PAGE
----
Yowza. The only thing missing from “Mad Men’s” season finale was the theme from “Rocky.”
We were treated to the sight of Don Draper getting off the ropes, finally, after getting a big injection of his old smooth-but-smoldering fire back as he fights back and plots the course for the rest of his life. I’m guessing this episode, “Shut the Door, Have a Seat,” will be popular with the fans, but crix may carp that it was a little too “Dallas” in terms of the tidy storytelling. The seg penned by Erin Levy and Matthew Weiner and helmed by Weiner (as he did for the previous season closers) seemed to offer much more in the way of conclusions and set a deliberate course for next season than past “Mad Men” finales. But I’m in the fan camp and can’t complain. The lighter moments sprinkled throughout the episode offset some of the on-the-nose plot points – All in all, I loved this season. Sorry to see it end.
This episode was monumental for Don, natch. What the JFK assassination was to Betty, the jolt of McCann-Erickson buying Putnam, Powell and Lowe (and Sterling Cooper) was to Don. (I kept thinking about Albert Brooks in “Lost in America,” telling anyone who’ll listen that he’s a senior vice president at M-E.) All the hard knocks and hard lessons learned of the season came to a head in fueling his single-minded determination not to become a cog at what he considers “a sausage factory.” It’s also made clear by the flashbacks to his boyhood with his hot-headed father that he wants to do everything he can to avoid being beaten down by life, to literally getting killed by a kick in the head from a horse.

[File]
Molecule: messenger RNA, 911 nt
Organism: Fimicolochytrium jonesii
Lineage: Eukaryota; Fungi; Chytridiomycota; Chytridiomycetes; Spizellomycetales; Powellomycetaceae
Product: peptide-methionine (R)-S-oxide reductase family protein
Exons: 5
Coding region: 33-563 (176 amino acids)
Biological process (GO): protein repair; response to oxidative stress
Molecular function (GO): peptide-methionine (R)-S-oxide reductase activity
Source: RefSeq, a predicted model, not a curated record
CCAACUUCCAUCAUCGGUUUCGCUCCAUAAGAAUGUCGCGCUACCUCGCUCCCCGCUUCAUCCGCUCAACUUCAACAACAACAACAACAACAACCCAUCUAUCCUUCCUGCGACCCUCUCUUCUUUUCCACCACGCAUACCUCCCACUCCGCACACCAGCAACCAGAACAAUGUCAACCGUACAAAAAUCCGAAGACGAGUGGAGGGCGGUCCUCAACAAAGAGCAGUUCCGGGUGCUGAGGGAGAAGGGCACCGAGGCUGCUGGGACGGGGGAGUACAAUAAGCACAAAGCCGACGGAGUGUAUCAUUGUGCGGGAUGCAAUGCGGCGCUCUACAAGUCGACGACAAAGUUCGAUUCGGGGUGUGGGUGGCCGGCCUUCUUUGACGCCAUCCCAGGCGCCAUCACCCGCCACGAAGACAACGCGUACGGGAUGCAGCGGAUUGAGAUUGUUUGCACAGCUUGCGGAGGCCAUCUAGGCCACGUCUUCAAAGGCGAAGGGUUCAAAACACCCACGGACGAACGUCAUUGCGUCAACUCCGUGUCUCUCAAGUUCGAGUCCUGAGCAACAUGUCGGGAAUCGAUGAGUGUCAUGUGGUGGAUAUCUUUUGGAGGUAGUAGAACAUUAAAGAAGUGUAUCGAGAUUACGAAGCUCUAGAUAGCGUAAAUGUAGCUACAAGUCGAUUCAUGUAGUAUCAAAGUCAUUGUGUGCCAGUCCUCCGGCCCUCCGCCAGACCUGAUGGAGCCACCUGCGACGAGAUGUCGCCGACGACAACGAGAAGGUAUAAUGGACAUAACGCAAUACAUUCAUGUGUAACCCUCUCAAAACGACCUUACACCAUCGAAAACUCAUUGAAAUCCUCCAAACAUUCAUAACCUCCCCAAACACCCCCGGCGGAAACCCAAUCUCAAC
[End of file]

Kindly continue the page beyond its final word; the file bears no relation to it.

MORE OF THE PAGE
By the end of this episode, as Don moves into his new apartment, you realize that for the first time in years he’s really making a fundamental change in his life. He’s (mostly) let go of the ruse of Don Draper, he’s letting go of his idyllic vision of the wife and family, even at the great cost of hurting his older children, and he’s starting to actually think about how he treats other people.
From the start of this season, Don was backsliding into his old patterns of fooling around in varying degrees (the one-night stand with the stewardess, the deeper entanglement with Suzanne) and keeping everyone around him at arm’s length. I thought it was interesting that we didn’t see Don running back to Suzanne, or into another’s arms even though nothing’s really stopping him. He’s pouring everything he’s got into the new venture. As he told Bert, “I’m sick of being batted around like a ping pong ball. I want to work. I want to build something myself.”